(((Gerard Holzmann is from the Computing Science Research Center at AT&T Bell Labs. Bjorn Pehrson is with the Department of TeleInformatics at the Royal Institute of Technology in Sweden. This book is obviously a labor of love involving years of tireless efforts in the archives, and it's hard to imagine a better book being written about the history and the technical details of optical telegraphy. Truly a must-have item for any serious dead media researcher; the book is worth the price for the meticulous bibliography alone. As a bonus, the entire first chapter is about long-distance media that are even older and dead than optical telegraphy -- including pigeon post.)))
"It is said that the outcomes of the Olympic Games in ancient Greece, around 776 BC, were sent by pigeons. But even in those days this must have been old news. As noted in a book by David Woods (((A history of tactical communications techniques, New York, Arno Press, reprint 1974))):
'...in the days of the Pharaohs the Egyptians announced the arrival of important visitors by releasing pigeons from incoming ships. This may have been common as early as 2900 BC.'
"The writer Harry Neal noted another ingenious use of pigeons from a few centuries later. He stated that King Sargon of Akkad, who lived ca. 2350 BC in Mesopotamia, had each of his messengers carry a homing pigeon. If the messenger was attacked en route, he released the pigeon. The return of the pigeon to the palace was taken as a warning that the original message had been 'lost,' and that a new messenger should be sent, presumably by another route.
"Homing pigeons were also used by the Romans, around the fourth century AD. In 1641, John Wilkins referred to it as follows ((("Mercury, or the secret and swift messenger, showing how a Man may with Privacy and Speed communicate his thoughts to a Friend" 1641, republished in Foundations in Semiotics Vol 6 1984)))
'Lypsius relates out of Varro, that it was usual for the Roman magistrates when they went unto the theatre, or other such public meetings, whence they could not return at pleasure, to carry a pigeon with them; that if any unexpected business should happen, they might thereby give warning to their friends or families at home.'
"The system was still in use some eight centuries later. Woods reports that in the twelfth century Genghis Khan (1167-1227) used a pigeon relay system to communicate messages across Asia and much of Europe. (...)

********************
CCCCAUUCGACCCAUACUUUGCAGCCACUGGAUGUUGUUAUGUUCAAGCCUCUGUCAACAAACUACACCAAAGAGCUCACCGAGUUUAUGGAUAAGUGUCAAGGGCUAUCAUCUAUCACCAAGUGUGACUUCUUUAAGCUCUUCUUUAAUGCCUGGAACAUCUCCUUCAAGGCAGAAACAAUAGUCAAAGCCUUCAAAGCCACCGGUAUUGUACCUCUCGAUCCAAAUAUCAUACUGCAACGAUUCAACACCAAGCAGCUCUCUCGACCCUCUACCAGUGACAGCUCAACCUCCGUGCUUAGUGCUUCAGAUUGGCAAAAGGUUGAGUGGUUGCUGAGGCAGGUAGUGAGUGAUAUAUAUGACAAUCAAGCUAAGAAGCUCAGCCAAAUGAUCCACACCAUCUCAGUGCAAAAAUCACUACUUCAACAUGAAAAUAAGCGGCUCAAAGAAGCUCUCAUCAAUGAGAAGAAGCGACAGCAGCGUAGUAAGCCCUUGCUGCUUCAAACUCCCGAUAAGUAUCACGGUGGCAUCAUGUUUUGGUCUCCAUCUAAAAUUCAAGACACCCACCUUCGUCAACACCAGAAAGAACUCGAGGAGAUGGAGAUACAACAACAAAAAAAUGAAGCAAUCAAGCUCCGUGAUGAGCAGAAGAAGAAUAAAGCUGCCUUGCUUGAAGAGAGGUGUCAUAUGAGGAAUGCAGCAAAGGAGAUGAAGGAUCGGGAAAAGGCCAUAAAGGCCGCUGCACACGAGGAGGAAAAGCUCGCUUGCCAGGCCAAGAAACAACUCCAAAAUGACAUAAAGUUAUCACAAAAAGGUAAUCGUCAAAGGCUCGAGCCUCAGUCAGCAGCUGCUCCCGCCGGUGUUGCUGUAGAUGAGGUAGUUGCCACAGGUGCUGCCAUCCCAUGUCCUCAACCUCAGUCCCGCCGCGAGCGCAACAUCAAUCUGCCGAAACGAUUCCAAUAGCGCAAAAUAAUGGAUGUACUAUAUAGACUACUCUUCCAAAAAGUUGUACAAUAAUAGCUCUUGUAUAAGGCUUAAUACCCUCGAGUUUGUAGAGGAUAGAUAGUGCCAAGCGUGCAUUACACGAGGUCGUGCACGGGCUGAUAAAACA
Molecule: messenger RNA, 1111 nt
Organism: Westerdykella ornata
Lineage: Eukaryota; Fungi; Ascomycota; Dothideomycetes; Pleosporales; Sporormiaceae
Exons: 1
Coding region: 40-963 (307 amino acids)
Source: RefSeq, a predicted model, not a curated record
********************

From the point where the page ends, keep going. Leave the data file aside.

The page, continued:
"Another seven centuries later, in 1918, the British Air Force kept over 20,000 homing pigeons, handled by 380 pigeoneers. The system was organized by Colonel A. H. Osman. Woods quotes him as follows:
'A small balloon was constructed with a metal [release-] band worked by clockwork. To this band was attached a small basket containing a single pigeon with a message holder on its leg, and to each basket was attached a small parachute. The balloons were liberated in favourable conditions of wind and at intervals automatically released from the special ring a single basket with a bird. These were dropped into Belgian and French territory when occupied by the Germans, and in French and Flemish a request was made to the finder to supply intelligence information that was needed, at the same time giving the finder hopefulness and cheer as to the ultimate success of the allies' cause and promising reward for the information supplied.
"Woods adds a sobering note:
'The Germans tried to stop this activity by replacing captured pigeons with their own birds, and then arresting and shooting anyone foolish enough to sign his name and address to the note.'
"With this much history, it is not surprising that pigeons were still used in 1981 by a group of engineers at a Lockheed plant in Sunnyvale, California, to transmit negatives of drawings to a test station 40 km away. As Jon Bentley described it: (((More Programming Pearls, Confessions of a Coder, Addison-Wesley 1988)))
The pigeon took just half the time and less than one percent of the dollar amount of the car (the birds worked, literally, for pigeon feed). Over a 16-month period the pigeons transmitted hundreds of rolls of film and lost only two."